1. Shower pump is broken... cause not known. (sellers responsibility).......It depends on whether it is a $100 or a $1000 fix - if cheaper then down to the buyer (it's an older boat I would expect a few things not to work) If a $1000 either a discount on the price or the seller fixes.
  2. Head and pump-out piping is old, and will likely have issues this season. (buyer responsibility... upgrade?).....If it works and is "just" old, then buyer to sort out - it's an older boat - therefore equipment is also older.......unless it has clearly been bodged - then it is clearly already fooked, so down to the seller to discount or fix, but NOT upgrade nor replaced in it's entirety.
  3. 1 deck fitting has been leaking... core wet in small area around it. (Buyer responsibility, but discount on price?)......Wet core? this would start me worrying a bit. Especially about how "small" is the "small area".....but I AM a worrier .....but on the basis that it IS a small area, then a discount on the price or the seller fixes.......but I would prefer the discount so I could get the fix done properly - but you need to accept the risk that the expense could be greater than the discount - but the upside is that you would know the repair has not been bodged.
  4. Sea-cocks frozen (seller responsibility). Discount on price or seller fixes.......even though it's an older boat these should (and need) to work.
  5. Keel has delaminated, however surveyor says it is still very strong, and not deforming. (Buyer responsiblity in future, price discount? How much?)........This starts to get interesting!......I would want to know why this happened, a common problem for this make? something specific to this boat? (maybe she ran aground and damaged the gel coat, letting water ingress??)......or just plain old bad luck.........obviously this needs fixing - The seller fixes (and I would want my surveyor or myself to see what work was being done by the boatyard / talk to them in detail about what they were doing whilst they were doing it.......or a SERIOUS discount to cover a worst case scenario to make good the keel - I have no idea exactly what a "worst case" scenario would be, but I would expect that once the boatyard gets stuck in they may well have underestimated the work required. Time for some getting some detailed specific proffesional this scenario it would (IMO) actually be a good thing if this is a common fault for this model, as folk will have been down this road before.......and it may well be the view that once fixed she is better than new.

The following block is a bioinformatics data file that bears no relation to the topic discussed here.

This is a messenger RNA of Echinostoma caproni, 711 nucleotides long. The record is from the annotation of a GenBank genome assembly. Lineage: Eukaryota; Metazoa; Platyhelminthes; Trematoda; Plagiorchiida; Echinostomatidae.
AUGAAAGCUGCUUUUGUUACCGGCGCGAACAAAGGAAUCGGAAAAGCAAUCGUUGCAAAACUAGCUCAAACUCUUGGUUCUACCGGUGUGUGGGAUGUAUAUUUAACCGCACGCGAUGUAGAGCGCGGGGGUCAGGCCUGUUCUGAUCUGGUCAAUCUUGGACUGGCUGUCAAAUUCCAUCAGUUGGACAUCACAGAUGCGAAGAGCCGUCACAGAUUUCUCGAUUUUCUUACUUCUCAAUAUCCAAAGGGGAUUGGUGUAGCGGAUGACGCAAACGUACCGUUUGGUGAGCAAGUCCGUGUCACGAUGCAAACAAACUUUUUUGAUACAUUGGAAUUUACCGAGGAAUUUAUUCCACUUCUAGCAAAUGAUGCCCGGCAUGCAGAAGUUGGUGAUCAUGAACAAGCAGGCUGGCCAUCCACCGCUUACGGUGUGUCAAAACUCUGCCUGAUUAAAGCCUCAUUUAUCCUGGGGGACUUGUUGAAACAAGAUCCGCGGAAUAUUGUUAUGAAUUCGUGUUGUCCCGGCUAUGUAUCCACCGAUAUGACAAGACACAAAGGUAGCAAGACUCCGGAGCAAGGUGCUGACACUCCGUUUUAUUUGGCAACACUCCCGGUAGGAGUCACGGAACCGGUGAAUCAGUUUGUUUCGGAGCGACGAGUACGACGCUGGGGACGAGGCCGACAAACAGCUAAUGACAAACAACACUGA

6. CNG system not up to code, for insurance. (Buyer responsibility)......I will admit that I have no idea what a "CNG System" is!!!......but no matter, as you say it is required to obtain insurance the seller discounts or fixes.......cos' otherwise the boat is unsaleable to 90% of peeps. Including you.